As I write this, 2015 has ended and 2016 has just begun. The conclusion of the year and the beginning of another is sort of like the cycle of life. One thing ends and something else is born. This transition sometimes occurs in my art as well. When a painting I’m working on doesn’t pan out, I may decide to not throw the canvas away. Instead, I’ll paint another image over it. Essentially the earlier work will cease to exist, and will be replaced by something new.
About seven years ago I painted a series of images inspired by the work of two 19th century artists, John Martin and Francis Danby. These Romantic era painters created large, sublime works depicting dramatic, and often violent, events like epic floods or terrible earthquakes. They often showed scenes from the Bible, portraying the wrath of God. The work functions a lot like Hollywood’s disaster movies seen today. As a matter of fact, Martin and Danby are said to have influenced the artistic vision of many well-known filmmakers and writers over the years.
Inspired by these three works, I painted my own versions with the same compositional arrangements and color palette. But instead of the Biblical scenes portrayed by Danby and Martin, I painted modern skyscrapers and cities being destroyed. This was around the time of the financial crisis of 2008-2009, when the world’s economy was crumbling and on the verge of becoming a global disaster. I suppose I was reveling in the darkness of the moment by making these paintings. Things seemed bleak in the world, so I used my art as a way to express the anxiety I was feeling.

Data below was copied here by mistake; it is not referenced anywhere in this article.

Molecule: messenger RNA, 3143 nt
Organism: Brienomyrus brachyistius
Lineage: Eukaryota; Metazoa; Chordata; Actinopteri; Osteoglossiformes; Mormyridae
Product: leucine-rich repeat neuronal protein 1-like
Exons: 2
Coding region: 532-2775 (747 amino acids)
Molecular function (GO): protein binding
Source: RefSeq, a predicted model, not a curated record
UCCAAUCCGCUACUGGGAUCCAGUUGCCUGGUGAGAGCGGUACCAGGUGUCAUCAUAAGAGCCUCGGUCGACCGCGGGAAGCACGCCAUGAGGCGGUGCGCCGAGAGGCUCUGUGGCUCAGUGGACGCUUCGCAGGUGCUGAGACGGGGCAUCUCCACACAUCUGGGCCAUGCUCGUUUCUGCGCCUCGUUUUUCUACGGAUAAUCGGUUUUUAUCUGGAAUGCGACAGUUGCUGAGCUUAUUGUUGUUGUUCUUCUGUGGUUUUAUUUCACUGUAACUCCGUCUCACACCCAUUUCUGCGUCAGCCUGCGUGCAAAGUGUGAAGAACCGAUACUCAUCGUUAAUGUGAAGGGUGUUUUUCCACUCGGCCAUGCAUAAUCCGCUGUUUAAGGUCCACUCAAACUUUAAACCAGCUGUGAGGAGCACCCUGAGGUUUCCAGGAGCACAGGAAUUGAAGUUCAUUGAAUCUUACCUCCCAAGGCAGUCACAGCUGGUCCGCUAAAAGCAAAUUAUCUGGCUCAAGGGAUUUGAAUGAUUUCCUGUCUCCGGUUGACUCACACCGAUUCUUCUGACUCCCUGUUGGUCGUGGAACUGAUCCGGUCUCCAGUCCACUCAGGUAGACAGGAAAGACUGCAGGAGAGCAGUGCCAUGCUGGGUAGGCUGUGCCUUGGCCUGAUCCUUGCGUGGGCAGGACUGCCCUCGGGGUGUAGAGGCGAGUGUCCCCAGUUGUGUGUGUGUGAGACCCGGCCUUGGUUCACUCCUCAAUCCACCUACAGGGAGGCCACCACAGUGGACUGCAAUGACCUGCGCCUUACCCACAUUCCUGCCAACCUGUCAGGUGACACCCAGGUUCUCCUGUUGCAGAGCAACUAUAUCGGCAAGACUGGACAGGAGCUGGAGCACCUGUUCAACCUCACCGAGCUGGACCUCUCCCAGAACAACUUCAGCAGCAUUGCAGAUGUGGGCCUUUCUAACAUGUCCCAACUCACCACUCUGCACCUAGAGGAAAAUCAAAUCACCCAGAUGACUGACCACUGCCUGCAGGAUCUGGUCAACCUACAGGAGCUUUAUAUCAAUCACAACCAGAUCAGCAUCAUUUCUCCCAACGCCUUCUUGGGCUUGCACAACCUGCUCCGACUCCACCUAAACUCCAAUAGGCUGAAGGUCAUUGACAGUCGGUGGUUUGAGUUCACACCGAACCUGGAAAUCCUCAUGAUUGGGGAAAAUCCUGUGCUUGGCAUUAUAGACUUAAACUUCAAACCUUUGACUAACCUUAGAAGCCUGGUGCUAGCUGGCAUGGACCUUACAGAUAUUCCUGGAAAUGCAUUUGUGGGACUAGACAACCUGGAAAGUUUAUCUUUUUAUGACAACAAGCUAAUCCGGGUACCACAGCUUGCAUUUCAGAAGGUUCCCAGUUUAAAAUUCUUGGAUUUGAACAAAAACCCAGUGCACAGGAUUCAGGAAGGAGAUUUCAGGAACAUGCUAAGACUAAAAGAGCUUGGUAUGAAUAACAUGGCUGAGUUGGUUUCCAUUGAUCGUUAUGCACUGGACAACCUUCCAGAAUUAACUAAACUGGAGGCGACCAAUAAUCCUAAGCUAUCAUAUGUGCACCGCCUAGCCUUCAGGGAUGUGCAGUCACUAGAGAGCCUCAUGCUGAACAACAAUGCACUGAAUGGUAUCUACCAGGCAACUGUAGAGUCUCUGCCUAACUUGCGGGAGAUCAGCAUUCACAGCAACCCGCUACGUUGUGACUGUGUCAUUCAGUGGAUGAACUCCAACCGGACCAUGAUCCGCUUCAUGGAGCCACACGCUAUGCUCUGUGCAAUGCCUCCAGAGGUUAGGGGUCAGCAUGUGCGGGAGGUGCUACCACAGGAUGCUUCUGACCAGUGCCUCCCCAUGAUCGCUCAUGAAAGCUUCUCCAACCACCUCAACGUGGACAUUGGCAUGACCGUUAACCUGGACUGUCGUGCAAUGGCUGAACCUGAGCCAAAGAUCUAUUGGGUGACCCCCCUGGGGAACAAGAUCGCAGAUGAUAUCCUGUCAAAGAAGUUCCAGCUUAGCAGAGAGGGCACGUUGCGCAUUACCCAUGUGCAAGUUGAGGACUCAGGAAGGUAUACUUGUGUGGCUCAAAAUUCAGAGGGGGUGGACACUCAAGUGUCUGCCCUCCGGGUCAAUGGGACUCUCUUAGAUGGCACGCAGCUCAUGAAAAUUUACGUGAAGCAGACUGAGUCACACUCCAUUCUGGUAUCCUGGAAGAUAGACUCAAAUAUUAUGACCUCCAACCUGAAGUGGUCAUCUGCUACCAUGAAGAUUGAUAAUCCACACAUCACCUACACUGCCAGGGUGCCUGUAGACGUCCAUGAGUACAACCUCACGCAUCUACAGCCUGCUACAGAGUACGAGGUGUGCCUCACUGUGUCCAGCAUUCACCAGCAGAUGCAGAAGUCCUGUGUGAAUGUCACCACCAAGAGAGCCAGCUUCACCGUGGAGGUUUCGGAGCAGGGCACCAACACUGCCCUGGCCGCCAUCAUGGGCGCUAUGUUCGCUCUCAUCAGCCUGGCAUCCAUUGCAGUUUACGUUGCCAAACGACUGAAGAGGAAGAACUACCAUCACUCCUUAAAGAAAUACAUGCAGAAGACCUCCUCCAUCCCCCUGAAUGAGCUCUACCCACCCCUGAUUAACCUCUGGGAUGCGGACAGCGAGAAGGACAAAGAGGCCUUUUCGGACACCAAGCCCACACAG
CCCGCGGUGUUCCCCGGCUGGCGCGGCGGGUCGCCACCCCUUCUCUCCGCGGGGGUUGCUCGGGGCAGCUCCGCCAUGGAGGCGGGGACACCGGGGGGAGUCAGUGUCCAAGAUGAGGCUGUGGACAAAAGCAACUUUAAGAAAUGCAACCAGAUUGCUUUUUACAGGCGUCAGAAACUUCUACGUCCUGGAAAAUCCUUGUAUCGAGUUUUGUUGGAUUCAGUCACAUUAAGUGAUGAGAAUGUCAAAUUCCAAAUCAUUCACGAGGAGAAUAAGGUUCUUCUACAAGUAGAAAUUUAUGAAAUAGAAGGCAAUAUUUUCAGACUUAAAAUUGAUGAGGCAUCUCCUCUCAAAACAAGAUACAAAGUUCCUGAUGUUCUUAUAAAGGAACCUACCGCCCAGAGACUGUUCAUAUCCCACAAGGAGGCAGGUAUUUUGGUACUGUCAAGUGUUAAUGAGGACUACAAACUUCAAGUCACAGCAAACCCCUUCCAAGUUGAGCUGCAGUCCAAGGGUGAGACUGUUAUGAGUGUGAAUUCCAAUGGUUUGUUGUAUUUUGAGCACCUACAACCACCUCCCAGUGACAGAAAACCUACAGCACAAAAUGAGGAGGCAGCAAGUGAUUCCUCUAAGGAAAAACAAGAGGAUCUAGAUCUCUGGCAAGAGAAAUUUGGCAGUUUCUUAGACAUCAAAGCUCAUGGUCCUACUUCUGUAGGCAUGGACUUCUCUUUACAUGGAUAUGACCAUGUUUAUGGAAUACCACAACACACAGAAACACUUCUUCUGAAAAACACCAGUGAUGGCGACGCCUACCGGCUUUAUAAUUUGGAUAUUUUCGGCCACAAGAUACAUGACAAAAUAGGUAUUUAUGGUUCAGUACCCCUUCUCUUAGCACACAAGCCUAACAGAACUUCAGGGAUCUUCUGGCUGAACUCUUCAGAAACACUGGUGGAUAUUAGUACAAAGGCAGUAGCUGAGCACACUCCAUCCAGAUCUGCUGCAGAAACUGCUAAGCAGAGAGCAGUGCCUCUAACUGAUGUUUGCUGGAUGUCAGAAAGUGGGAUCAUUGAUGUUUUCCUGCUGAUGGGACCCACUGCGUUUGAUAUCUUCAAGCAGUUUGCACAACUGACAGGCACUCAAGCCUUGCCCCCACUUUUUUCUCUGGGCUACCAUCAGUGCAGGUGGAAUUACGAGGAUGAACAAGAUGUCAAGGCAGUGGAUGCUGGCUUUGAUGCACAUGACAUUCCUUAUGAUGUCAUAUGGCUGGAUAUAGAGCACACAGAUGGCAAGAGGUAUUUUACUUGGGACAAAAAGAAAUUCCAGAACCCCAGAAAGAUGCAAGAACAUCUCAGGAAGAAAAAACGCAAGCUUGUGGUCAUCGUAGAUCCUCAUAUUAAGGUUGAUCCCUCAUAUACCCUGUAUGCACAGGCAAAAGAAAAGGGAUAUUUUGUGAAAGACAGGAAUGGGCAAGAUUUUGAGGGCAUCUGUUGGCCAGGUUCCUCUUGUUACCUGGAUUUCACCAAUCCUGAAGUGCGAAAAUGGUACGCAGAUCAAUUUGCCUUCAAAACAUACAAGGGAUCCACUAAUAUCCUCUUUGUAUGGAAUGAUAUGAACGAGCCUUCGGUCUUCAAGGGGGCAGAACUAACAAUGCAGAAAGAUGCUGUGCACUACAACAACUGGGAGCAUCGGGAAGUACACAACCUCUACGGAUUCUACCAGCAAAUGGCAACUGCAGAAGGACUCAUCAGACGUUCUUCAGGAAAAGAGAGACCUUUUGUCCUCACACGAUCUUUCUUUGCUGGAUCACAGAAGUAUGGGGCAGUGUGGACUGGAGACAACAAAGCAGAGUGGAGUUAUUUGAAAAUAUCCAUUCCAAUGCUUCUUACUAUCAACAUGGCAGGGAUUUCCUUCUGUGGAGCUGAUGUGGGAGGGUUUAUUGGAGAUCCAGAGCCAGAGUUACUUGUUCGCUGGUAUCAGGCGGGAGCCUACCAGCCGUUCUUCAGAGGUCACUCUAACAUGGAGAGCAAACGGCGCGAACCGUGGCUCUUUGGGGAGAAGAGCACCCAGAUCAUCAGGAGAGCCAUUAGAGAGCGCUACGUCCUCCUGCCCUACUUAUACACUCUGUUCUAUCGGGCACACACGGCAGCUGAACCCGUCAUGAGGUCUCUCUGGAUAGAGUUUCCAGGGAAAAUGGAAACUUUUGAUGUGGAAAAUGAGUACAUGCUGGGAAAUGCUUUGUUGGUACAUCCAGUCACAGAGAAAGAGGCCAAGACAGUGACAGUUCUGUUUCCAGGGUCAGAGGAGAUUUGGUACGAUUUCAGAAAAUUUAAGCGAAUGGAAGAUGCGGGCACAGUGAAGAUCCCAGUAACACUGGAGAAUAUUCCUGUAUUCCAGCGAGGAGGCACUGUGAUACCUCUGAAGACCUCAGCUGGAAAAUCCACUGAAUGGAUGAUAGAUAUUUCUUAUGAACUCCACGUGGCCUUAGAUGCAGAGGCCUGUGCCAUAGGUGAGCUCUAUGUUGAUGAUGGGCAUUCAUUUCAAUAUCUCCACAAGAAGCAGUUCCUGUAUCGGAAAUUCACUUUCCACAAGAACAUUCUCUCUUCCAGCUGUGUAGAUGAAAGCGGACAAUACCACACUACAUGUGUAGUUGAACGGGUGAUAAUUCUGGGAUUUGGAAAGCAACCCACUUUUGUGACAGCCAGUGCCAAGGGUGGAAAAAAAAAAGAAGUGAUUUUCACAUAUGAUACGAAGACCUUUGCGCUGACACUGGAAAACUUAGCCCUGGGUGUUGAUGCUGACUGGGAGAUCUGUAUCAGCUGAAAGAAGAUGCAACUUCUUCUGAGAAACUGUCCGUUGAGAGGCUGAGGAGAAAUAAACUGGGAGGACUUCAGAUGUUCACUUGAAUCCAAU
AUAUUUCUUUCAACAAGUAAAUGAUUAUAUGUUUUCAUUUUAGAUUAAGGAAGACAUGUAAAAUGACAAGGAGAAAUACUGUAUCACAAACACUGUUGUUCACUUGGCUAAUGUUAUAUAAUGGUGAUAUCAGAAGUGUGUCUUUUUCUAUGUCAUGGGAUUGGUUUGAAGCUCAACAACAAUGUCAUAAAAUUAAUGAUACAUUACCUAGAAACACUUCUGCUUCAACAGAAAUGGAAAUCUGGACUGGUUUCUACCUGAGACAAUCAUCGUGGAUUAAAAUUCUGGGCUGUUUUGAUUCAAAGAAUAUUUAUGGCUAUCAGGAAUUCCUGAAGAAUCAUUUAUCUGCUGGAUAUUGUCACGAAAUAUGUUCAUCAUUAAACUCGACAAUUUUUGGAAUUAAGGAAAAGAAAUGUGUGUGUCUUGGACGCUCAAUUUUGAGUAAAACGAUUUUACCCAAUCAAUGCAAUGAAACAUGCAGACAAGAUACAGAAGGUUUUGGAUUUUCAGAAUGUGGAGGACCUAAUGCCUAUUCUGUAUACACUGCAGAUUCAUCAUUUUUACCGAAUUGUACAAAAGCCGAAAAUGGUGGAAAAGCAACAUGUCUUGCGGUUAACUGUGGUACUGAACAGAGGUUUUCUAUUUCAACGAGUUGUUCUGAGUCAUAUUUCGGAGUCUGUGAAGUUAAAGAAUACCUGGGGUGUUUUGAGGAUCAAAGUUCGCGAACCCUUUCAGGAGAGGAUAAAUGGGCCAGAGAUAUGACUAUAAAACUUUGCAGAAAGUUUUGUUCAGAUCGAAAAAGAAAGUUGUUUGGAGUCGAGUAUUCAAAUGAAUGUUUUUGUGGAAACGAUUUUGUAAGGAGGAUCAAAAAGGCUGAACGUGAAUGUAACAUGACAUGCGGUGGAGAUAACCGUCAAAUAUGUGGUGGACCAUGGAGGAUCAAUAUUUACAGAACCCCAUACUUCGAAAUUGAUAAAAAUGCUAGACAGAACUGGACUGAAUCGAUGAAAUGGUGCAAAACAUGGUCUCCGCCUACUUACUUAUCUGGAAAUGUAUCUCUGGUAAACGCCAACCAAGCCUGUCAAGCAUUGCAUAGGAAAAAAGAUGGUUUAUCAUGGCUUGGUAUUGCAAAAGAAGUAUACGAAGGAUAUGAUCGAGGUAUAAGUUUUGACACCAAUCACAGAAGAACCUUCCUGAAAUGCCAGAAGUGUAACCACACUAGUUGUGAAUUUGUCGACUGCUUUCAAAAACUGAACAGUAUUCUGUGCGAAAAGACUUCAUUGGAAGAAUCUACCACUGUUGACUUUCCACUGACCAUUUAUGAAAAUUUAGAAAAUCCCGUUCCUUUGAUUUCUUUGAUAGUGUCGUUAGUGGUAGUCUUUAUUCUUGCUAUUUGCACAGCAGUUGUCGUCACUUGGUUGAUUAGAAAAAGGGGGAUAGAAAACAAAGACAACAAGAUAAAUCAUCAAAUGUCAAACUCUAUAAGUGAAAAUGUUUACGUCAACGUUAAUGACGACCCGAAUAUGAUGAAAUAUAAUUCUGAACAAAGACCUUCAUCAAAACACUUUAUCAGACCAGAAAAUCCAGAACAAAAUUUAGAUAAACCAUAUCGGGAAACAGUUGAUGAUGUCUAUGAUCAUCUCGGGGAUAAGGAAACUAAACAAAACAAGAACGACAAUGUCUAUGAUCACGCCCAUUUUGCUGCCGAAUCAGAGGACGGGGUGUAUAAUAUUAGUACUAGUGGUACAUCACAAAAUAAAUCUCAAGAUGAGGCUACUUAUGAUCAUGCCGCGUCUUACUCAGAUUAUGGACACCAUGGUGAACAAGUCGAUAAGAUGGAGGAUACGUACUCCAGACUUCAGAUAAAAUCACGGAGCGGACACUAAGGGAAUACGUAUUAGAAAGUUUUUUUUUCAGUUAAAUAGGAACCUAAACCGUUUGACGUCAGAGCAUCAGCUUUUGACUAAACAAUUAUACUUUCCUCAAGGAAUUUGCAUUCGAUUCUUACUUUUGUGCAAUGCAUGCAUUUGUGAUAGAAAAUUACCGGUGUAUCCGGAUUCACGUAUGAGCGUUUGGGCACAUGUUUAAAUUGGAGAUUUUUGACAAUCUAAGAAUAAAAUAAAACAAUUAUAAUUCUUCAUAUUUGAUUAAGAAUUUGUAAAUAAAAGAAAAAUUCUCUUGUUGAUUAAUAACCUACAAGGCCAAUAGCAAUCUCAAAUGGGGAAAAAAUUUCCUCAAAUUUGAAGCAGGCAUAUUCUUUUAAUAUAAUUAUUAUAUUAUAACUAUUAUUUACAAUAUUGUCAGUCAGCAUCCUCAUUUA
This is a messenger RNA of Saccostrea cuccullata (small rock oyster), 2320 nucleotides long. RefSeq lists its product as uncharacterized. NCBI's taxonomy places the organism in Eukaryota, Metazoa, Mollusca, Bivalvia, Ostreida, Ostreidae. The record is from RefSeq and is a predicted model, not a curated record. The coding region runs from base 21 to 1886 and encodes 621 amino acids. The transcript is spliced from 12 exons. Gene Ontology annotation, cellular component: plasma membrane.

After completing these images I became disenchanted with what I had done. I felt I hadn’t painted anything that wasn’t already conveyed better in Martin and Danby’s work. My paintings seemed too derivative and not distinctive enough to call my own. Therefore I put them aside for a while so I could figure out what I would do next. I ultimately chose to paint over the works and create an entirely new series of paintings. However, rather than fully obliterate my previous imagery, I decided to allow certain areas to peek through. Revealing the underlying artwork this way created a nice dynamic. I found it introduced a richness and depth that wouldn’t have been present if I had simply begun working on a blank canvas.
The resulting artwork has nothing to do with the subject matter of my earlier paintings. However, if you were to compare the before and after, you would see they share a darkness or feeling of menace. I like to believe these buried images will intrigue some future art historian. Just like an archeologist digging in the ground, someone will decide to examine one of my paintings and discover that an entirely different painting lies beneath. It will be like a ghost embedded in the image, whispering secrets from another moment of time.